When Bored Ape Yacht Club launched at the height of last year’s NFT frenzy, Ryder Ripps shrugged off the collection’s off-putting imagery. The series of 10,000 cartoon apes were rife with the meme aesthetics of the internet’s darkest corners, but if you spend enough time online, it’s something you tend to just look past. Then a few months later, a friend showed him the collection’s logo beside the Totenkopf, a skull-and-cross bones insignia widely used in Nazi Germany. It dawned on him: The Apes, now viral and promoted widely by crypto-hawking celebrities, might be an elaborate, malicious troll.

“I realized this shit was intentional,” Ripps, a 36-year-old conceptual artist and creative director who has worked with major artists like Kanye West and Grimes and brands like Nike, Red Bull, and Gucci, told ARTnews. “They’re ruining the internet.”

Since December, Ripps has led a crusade against the irreverent collection, its parent company Yuga Labs — currently valued at a whopping $4 billion — and founders Greg Solano, Wiley Aronow, Kerem Atalay, and Zeshan Ali.

Ripps contends that BAYC, from its logo to the Apes’ accessories — like “sushi chef headbands” inscribed with “kamikaze” in Japanese kanji and spiked Prussian Pickelhaube helmets — is threaded with racist imagery and ties to the online alt-right. Ripps and Yuga Labs are currently embroiled in a legal battle after the company sued the artist for creating copycat NFTs that Ripps says are meant to satirize the collection. (Yuga Labs and BAYC have previously denied the allegations of racism.)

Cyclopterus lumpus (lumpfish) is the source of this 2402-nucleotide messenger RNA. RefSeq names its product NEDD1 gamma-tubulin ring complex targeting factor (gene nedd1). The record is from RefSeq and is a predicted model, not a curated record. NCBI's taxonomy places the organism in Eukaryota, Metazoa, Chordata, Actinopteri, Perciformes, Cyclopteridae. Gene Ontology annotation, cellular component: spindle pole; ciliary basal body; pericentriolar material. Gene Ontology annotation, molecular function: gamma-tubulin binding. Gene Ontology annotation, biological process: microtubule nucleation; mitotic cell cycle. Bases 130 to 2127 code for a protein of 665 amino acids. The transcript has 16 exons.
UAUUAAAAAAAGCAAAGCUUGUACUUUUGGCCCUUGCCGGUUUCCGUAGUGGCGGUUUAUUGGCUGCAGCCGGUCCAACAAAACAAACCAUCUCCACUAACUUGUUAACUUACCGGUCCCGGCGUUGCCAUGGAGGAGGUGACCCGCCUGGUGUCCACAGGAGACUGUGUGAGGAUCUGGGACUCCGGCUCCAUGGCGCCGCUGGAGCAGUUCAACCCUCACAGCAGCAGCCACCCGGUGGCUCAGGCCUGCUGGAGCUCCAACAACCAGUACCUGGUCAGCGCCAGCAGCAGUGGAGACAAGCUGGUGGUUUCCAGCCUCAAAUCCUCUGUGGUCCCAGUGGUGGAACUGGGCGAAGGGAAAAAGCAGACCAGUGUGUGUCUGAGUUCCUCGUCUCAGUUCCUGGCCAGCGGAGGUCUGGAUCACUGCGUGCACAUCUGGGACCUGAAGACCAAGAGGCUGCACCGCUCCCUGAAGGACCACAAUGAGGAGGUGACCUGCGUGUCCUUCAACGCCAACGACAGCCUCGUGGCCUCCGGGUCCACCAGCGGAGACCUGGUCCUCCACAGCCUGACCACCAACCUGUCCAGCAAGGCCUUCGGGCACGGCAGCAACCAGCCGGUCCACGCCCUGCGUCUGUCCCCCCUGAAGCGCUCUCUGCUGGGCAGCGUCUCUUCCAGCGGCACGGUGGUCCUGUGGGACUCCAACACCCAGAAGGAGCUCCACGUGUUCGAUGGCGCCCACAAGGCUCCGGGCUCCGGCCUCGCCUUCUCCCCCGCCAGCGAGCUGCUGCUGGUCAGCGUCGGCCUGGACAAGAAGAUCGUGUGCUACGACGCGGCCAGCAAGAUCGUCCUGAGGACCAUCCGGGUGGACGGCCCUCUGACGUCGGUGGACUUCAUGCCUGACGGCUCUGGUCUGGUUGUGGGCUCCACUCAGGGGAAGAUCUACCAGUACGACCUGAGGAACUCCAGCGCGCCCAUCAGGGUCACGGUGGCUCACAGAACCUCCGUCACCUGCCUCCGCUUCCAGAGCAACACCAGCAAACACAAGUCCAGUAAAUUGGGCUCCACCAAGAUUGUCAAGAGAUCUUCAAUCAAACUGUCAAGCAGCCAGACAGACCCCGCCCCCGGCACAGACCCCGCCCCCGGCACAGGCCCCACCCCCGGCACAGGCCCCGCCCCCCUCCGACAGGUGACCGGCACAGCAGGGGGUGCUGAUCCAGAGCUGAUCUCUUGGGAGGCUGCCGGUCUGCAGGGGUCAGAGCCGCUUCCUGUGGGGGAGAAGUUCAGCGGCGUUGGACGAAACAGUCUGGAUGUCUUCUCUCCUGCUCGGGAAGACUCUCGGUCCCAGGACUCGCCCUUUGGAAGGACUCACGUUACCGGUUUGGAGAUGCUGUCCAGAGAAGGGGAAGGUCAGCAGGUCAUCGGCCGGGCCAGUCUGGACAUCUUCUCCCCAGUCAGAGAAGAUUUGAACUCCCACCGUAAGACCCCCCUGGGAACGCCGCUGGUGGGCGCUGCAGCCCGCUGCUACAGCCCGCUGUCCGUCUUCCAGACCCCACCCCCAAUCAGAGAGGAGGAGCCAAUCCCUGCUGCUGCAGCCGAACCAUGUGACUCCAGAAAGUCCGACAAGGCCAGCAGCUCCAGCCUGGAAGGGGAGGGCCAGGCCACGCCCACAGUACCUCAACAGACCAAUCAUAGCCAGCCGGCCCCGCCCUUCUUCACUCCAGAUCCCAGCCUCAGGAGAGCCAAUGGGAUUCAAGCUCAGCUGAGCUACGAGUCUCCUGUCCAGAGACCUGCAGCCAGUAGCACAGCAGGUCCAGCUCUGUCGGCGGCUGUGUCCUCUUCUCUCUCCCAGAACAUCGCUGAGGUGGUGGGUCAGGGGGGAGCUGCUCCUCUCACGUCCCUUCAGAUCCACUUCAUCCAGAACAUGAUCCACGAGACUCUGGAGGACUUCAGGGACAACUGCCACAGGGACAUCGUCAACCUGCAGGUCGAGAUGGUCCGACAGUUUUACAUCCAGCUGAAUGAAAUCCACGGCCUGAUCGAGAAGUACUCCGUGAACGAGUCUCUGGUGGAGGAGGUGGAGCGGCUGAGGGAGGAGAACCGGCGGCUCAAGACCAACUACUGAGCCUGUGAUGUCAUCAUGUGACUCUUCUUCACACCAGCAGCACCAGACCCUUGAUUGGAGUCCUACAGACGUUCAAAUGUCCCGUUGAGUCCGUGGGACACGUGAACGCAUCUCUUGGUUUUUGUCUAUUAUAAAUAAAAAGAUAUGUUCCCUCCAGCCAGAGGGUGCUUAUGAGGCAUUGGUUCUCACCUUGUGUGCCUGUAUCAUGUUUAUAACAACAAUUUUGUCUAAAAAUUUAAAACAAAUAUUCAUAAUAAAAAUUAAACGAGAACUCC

Ripps has cast himself as Laocoon – the priest who begged the Trojans not to let the Greek horse into the city – warning that Yuga’s founders are trying to slip toxic imagery and ideas into the larger culture by packaging it as just another absurd, but ultimately innocuous NFT collection. But is he the best messenger for his warning?

When asked why he’s so sure that Solano, Aronow and their counterparts are trolls, Ripps laughed. “Takes one to know one,” he said.